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Canning and Preserving Carrots and Beets

Posted Jul 19 2010 10:59am

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So we’re a little behind, but we finally harvested the last of our beets and carrots. Since we’re leaving for Montana this week, we knew that we wouldn’t have enough time to use them up and decided it was best to can them for later.

Up until last year I was always intimidated by canning. My huge German family always did it in bulk, so it was never less than an entire weekend slaving over a stove and hot jars. The kitchen would be packed with my aunts chopping, measuring, pouring and sealing. Because it’s now just Neil and I, and we have no need for that much food, my mother-in-law convinced me it was something I could still do. She was right, and it’s definitely a skill any frugal-minded person should have. Not only can you preserve what you grow in your own garden, but when produce is cheap, you can stock up for later.

So here’s my short little ditty on what I did with these beets and carrots.

canning jars
canning seals and rings
jar lifter (or hot pads)
funnel (optional)
large pot or blancher to cook beets
bowls (glass for beets)
large spoons (don’t use wood for the beets)
sharp knife
towels and dish cloths

Beets
Carrots
Canning Salt (we used Kosher Salt)

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  1. 1. Wash your beets. Cut your stems to about 2 inches, and leave on the tap root.
  2. 2. Cook beets in boiling water until skins will slip off. I just use a medium or large stock pot. Ours took around 20-30 minutes, but its entirely subjective. You’ll just need to watch. Larger beets will take longer than smaller beets. To check their progress, scrape a spoon against the beets while they are cooking. If/when the skins scrape off easily they are done. While they’re cooking you can sterilize your jars.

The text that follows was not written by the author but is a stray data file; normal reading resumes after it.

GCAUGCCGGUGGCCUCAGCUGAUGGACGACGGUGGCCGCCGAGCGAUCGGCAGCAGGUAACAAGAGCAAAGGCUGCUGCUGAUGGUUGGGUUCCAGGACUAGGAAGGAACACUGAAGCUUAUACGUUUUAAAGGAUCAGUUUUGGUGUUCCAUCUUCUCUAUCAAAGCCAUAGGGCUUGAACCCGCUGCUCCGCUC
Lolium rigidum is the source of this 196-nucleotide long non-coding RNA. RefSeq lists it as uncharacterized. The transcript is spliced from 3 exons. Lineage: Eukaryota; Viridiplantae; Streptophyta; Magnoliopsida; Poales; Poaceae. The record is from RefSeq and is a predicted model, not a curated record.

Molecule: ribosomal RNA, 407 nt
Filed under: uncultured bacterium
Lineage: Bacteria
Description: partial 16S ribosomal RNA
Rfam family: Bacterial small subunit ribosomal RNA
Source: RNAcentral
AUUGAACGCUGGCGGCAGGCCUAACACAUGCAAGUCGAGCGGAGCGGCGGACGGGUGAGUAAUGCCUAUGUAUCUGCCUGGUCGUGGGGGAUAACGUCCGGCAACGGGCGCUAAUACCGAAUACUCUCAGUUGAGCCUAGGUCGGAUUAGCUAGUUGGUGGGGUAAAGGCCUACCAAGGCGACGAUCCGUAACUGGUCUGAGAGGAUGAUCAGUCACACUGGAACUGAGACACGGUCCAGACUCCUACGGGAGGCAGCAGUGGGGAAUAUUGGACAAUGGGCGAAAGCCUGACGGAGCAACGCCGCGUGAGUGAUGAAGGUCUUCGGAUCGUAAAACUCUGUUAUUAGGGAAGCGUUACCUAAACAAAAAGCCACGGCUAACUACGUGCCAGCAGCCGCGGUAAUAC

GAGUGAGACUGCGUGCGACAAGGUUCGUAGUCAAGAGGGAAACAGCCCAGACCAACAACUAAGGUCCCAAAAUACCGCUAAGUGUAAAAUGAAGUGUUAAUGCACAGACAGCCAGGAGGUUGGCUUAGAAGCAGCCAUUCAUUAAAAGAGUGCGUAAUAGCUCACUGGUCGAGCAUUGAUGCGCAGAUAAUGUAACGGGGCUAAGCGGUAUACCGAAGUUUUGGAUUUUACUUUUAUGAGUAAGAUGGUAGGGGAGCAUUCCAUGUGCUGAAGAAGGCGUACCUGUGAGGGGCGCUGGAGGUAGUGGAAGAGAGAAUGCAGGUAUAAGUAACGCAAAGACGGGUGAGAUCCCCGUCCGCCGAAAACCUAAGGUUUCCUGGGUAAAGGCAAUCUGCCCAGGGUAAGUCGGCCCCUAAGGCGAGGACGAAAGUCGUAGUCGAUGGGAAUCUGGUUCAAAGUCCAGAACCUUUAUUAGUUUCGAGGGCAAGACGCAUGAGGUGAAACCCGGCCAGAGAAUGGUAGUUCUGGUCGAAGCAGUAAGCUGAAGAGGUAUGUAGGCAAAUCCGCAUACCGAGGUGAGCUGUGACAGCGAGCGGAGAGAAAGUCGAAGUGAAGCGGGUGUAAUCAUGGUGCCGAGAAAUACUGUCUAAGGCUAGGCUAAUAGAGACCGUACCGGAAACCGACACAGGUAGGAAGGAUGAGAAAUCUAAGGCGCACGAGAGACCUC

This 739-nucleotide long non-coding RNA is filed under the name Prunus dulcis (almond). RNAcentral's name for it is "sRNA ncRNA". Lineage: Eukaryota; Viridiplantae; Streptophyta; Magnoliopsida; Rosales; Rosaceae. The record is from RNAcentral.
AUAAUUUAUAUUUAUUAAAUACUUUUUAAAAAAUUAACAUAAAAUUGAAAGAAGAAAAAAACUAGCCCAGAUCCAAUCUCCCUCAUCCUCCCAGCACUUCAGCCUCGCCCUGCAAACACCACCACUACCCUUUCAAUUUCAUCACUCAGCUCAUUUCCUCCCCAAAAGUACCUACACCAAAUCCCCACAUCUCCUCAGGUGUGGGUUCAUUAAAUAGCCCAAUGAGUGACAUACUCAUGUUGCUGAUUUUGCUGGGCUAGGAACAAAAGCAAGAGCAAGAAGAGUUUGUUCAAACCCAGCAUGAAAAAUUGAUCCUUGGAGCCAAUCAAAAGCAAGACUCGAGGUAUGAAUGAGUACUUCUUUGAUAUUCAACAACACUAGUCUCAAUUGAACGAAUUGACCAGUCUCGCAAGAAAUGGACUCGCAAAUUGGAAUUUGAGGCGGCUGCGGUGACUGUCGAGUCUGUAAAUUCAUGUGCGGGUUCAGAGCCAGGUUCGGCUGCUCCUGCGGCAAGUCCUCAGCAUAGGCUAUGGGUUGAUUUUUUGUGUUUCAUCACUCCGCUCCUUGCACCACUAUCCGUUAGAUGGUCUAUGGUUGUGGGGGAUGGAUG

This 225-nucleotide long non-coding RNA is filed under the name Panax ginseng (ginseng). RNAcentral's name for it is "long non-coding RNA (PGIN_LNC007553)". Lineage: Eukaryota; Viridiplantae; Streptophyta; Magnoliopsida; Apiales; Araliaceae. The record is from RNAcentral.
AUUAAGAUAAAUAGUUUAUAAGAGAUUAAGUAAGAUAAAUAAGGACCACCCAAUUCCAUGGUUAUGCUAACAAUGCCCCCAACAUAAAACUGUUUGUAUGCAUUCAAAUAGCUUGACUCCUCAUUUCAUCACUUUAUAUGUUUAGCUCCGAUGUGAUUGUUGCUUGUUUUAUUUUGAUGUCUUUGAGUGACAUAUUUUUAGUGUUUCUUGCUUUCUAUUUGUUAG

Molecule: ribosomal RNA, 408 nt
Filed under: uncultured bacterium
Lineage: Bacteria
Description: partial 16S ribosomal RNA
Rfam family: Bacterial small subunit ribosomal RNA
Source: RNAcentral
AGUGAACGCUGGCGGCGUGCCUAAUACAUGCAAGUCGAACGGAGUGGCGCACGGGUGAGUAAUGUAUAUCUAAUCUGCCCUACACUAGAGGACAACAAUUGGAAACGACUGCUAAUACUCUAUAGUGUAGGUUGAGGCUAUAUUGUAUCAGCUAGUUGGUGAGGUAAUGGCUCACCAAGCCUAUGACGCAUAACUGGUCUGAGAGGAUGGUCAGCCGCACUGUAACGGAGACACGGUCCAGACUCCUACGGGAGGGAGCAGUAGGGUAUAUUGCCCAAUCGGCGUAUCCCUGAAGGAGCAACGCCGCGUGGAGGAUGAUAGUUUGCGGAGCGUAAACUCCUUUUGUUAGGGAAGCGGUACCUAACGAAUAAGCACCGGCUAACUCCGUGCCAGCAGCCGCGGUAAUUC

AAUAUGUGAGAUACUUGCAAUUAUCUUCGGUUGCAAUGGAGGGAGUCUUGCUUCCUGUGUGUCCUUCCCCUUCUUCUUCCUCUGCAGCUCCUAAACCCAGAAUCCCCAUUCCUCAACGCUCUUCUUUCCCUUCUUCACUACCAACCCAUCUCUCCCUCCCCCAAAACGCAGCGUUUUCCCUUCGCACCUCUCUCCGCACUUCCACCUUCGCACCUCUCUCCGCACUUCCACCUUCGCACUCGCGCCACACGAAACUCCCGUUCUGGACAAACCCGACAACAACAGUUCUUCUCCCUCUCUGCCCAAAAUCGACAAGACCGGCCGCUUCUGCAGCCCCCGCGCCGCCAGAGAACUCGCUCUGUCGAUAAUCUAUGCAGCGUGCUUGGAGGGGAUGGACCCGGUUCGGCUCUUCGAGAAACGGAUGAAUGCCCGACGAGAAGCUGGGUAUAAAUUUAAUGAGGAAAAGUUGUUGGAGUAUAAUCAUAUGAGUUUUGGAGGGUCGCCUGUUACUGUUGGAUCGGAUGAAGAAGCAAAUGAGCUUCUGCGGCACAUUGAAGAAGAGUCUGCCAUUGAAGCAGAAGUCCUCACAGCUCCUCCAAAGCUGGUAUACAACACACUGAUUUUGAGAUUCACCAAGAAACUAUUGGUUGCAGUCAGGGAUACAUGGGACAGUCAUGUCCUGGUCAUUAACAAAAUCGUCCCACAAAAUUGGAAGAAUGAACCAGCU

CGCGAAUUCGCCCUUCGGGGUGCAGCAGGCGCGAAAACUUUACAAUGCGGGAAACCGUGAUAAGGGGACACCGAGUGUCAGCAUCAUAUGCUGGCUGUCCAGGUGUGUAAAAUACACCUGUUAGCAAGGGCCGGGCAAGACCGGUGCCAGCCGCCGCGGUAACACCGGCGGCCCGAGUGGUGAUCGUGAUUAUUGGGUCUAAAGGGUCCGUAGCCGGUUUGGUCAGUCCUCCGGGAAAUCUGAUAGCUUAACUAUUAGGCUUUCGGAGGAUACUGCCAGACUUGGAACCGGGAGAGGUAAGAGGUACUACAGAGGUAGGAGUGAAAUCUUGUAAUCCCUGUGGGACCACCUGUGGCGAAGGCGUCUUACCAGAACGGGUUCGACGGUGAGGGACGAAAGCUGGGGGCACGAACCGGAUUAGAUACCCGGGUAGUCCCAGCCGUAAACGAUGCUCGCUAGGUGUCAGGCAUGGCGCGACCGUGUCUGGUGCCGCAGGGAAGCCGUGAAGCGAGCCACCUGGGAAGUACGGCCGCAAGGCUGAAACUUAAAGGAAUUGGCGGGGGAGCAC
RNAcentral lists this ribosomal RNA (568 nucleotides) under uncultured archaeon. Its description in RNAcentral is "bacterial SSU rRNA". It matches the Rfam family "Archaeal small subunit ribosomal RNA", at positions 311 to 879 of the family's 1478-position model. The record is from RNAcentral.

3. 3. When your beets are done, remove them and place in very cold water. When they are cool enough to handle, use a washcloth to gently rub the skins off and a knife for any tough spots. Cut off the tops and tap roots at this point.
  4. 4. Slice and chop to a desired size and pack into hot canning jars leaving 1″ at the top. Add canning salt to jars if desired. (1/2 teaspoon to each pint and 1 teaspoon to each quart.)
  5. 5. Cover in boiling water, again leaving a 1-inch head space. Wipe the jar rims clean, remove any air bubbles and place your lids. Allow to cool on a wire rack.

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  1. 1. Wash your carrots. Slice to desired sizes, you can really do anything.
  2. 2. Cook carrots in boiling water for five minutes in a medium to large stock pot. Begin  sterilizing your jars.
  3. 3. When your carrots are done, remove them and place in very cold water.
  4. 4. Pack into hot canning jars leaving 1″ at the top. Add canning salt to jars if desired. (1/2 teaspoon to each pint and 1 teaspoon to each quart.)
  5. 5. Cover in boiling water, again leaving a 1-inch head space. Wipe the jar rims clean, remove any air bubbles and place your lids. Allow to cool on a wire rack.

It’s really that simple. Obviously when you get into jellies and jams or salsa things get more complicated, but not enough to be in any way worried or intimidated. I’m hoping to can some local peaches when we return from Montana!

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